This led the issue to become a political “hot potato” at the international level, though some media outlets try to keep Kashmir on the agenda, such as Channel 4’s ‘Kashmir’s Torture Trail’.
The core issue, Rehman believes, is of the military occupation on both sides,
“It is the right of Kashmiri people regardless of their language, religion or region to decide the future of Kashmir in a free and fair environment,” he said.
“Kashmir is not a question of Hindu-Muslim rivalry or of a two nation theory but of unification and independence of Kashmir. In fact it is an issue of democracy, I mean the real democracy where people wanted to democratise the autocratic system and it was that struggle which was crushed by the armies of India and Pakistan in 1947 and it is that process which is continuously suppressed and distorted by the occupying forces of India and Pakistan in Kashmir.”
He added: “There are increasing numbers of Indians and Pakistanis who are realising that their rulers’ obsession with Kashmir is costing them peace and development so now, they are waking up to the calls of modern times that we have to cooperate and co-exist and grow out of narrow nationalism.
Kashmir is still on the UN’s agenda today, but rarely discussed. It can be taken to the World Court of Justice but for that both India and Pakistan has to agree or at least one has to take the required actions.
But in Rehman’s view, India and Pakistan can only agree if all or an overwhelming majority of Kashmiris unanimously ask both India and Pakistan to leave Kashmir and to let the people of the state decide their future.
In the closing article of his book, Rehman has outlined what he believes is a democratic solution of the Kashmir issue that includes and recognises the diversity of viewpoints within Kashmir and Kashmiris.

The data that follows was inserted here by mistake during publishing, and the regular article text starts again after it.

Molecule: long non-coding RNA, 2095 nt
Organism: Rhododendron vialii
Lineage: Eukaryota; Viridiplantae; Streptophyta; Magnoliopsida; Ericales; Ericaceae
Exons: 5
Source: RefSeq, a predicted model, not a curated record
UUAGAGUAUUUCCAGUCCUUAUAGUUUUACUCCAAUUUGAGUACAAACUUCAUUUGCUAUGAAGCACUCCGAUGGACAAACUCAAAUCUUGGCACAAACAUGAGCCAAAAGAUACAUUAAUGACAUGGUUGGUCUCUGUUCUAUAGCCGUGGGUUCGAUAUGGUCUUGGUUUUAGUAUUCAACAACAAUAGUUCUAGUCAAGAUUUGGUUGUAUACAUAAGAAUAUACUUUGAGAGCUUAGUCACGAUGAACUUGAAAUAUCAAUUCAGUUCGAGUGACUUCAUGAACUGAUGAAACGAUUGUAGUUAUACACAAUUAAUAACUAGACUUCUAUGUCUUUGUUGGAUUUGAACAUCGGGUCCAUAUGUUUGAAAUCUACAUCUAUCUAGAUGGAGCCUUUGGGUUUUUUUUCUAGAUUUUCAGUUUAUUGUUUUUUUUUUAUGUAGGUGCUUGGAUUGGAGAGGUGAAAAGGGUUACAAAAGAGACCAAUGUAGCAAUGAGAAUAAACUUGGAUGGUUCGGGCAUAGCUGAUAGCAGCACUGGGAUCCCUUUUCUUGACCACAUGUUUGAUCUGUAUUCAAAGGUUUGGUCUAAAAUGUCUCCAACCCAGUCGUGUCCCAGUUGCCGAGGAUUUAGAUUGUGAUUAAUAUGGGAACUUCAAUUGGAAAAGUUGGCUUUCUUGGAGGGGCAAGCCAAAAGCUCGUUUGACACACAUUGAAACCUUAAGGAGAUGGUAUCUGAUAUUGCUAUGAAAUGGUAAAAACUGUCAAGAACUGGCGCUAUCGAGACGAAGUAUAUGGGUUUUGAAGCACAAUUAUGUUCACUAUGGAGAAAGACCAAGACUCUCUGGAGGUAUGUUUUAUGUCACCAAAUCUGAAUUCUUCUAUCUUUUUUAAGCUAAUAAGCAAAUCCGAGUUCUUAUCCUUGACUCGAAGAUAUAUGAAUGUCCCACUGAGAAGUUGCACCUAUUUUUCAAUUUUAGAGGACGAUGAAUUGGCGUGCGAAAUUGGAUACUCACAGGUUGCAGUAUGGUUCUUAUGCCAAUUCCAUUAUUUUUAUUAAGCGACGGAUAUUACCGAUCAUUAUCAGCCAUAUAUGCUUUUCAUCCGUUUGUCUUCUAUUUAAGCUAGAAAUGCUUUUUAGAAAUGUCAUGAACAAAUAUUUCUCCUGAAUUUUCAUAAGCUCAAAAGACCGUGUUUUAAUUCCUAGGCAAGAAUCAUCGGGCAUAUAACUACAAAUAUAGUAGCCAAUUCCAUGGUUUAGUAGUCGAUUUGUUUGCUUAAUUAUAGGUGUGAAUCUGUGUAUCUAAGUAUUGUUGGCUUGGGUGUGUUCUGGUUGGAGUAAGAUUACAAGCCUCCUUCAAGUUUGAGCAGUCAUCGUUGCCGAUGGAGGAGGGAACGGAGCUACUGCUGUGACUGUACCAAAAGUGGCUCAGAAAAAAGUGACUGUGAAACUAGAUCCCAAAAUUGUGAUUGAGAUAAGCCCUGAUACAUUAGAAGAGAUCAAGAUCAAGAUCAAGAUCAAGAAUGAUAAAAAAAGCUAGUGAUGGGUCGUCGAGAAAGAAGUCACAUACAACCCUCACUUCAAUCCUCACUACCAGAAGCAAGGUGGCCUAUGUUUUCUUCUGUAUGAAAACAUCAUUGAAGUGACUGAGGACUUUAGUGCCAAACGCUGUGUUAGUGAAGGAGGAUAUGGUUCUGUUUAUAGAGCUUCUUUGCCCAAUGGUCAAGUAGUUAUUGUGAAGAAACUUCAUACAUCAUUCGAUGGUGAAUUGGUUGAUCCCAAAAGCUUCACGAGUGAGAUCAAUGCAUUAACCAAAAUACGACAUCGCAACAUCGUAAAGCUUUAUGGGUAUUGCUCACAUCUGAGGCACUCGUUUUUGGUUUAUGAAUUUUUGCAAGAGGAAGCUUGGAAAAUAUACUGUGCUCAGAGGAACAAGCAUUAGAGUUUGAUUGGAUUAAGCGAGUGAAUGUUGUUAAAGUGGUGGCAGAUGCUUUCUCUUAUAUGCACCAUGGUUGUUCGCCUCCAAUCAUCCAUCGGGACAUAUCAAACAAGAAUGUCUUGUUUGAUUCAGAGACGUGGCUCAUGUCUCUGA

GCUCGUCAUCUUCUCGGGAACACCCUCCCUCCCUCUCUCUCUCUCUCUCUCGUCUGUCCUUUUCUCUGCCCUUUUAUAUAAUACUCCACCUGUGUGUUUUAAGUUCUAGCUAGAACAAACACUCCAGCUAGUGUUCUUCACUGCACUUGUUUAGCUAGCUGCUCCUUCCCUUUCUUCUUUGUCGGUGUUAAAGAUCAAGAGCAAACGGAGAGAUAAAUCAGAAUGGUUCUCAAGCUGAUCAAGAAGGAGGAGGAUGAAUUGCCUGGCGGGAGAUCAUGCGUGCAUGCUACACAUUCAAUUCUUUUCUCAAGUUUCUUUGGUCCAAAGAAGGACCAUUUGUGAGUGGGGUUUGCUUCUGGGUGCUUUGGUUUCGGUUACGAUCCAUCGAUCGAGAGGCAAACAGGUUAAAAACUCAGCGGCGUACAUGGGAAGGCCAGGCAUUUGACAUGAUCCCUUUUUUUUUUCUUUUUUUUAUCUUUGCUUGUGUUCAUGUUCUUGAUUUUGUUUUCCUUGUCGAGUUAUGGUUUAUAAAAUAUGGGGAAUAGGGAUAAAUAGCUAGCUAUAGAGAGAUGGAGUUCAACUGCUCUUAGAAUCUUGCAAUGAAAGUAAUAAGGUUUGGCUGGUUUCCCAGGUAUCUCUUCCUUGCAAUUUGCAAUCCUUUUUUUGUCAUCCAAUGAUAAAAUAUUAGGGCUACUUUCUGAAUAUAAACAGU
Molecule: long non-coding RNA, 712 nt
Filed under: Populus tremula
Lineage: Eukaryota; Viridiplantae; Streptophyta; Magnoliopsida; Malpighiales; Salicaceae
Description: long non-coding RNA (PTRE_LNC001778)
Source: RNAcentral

He explains: “It has recently become common amongst many Indian and Pakistani politicians and intellectuals to emphasise that Kashmir is composed of a diversity of views, regions, religions and cultures and that therefore there cannot be one self-determination here but many.
“However, what they often fail to recognise is that almost all countries are multi-ethnic including India and Pakistan so will there be a second round of self-determination for different provinces of Pakistan and states of India?”
Rehman goes on to say that British Kashmiris have a role to play in helping with this issue, the first one being to have their Kashmiri identity recognised at all levels of British society. This, he believes, will help Kashmiris “get out of marginalisation and exclusion and invisibility and give young Kashmiris a positive identity along with their British and religious/Muslim identity.”
As well as that, he suggests forming non-partisan networks of British Kashmiris and making relevant bodies and institutions in the UK and abroad aware of the issue and garner support.
“We need to have a positive dialogue here between Kashmiris, Pakistani and Indian diaspora communities to find ways of helping the Indian, Pakistani and Kashmiri governments to work together to resolve this and other issues rather than work against each other and destroy the development opportunities and resources.”